Q7: “Do you think the Philippines has potential to be the Silicon Valley of Southeast Asia?”
I do believe anything is possible. Do I see great potential in our start-up ecosystem? Yes, I do. But we need to address our weaknesses first if we want to be as successful as Silicon Valley. We are lacking in several areas, particularly in our educational system. We need to generate an inspired work force, with the skills to create innovation and the sustainable ventures surrounding it.
Also, it seems that most economic and innovation activity happens in Metro Manila, Cebu, and other highly urbanized areas, hence the Filipino diaspora towards them. If there is no human workforce left in the provinces, how would the Philippines thrive as a whole? The incentivizing tech entrepreneurs to set up shop in provinces is important.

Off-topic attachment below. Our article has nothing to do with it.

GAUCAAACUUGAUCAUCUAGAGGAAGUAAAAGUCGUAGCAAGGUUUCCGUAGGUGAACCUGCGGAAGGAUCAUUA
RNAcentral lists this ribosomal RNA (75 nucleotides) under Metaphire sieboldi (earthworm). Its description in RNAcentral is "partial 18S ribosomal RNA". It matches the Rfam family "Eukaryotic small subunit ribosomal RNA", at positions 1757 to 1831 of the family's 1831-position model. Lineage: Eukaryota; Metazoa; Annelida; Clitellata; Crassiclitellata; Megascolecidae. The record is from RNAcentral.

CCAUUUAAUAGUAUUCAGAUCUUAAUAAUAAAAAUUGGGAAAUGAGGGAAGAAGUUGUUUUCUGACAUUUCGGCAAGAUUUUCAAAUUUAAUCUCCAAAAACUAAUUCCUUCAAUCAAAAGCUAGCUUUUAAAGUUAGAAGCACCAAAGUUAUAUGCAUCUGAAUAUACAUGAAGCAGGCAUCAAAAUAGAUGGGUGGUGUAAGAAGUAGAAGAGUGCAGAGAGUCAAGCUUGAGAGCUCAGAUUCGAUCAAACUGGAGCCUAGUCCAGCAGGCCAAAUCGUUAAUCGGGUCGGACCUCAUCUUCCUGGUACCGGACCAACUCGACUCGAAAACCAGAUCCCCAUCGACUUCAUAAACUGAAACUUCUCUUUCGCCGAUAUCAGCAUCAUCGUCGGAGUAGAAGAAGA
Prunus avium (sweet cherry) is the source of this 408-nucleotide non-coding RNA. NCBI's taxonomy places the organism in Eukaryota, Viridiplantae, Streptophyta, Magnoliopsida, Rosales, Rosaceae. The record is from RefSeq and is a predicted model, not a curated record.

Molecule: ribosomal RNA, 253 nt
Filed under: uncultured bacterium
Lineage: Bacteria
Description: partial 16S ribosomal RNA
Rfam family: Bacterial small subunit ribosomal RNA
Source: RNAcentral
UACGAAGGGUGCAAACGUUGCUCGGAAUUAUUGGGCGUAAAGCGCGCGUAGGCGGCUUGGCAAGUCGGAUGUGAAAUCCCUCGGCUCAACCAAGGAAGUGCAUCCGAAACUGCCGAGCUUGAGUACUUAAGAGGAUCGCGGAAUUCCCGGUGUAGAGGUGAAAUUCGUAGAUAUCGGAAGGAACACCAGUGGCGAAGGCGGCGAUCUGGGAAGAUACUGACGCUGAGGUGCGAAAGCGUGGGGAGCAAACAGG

Q8: “How would you change the current mindset of the Filipino entrepreneurs?”
The problem is the lack of innovative entrepreneurship. Our country is riddled with problems. For the past decades, it has been begging for change. But how could you create change when there is no opportunity for it? As entrepreneurs, we are tasked to provide jobs for the people. Those jobs are opportunities for changing our future.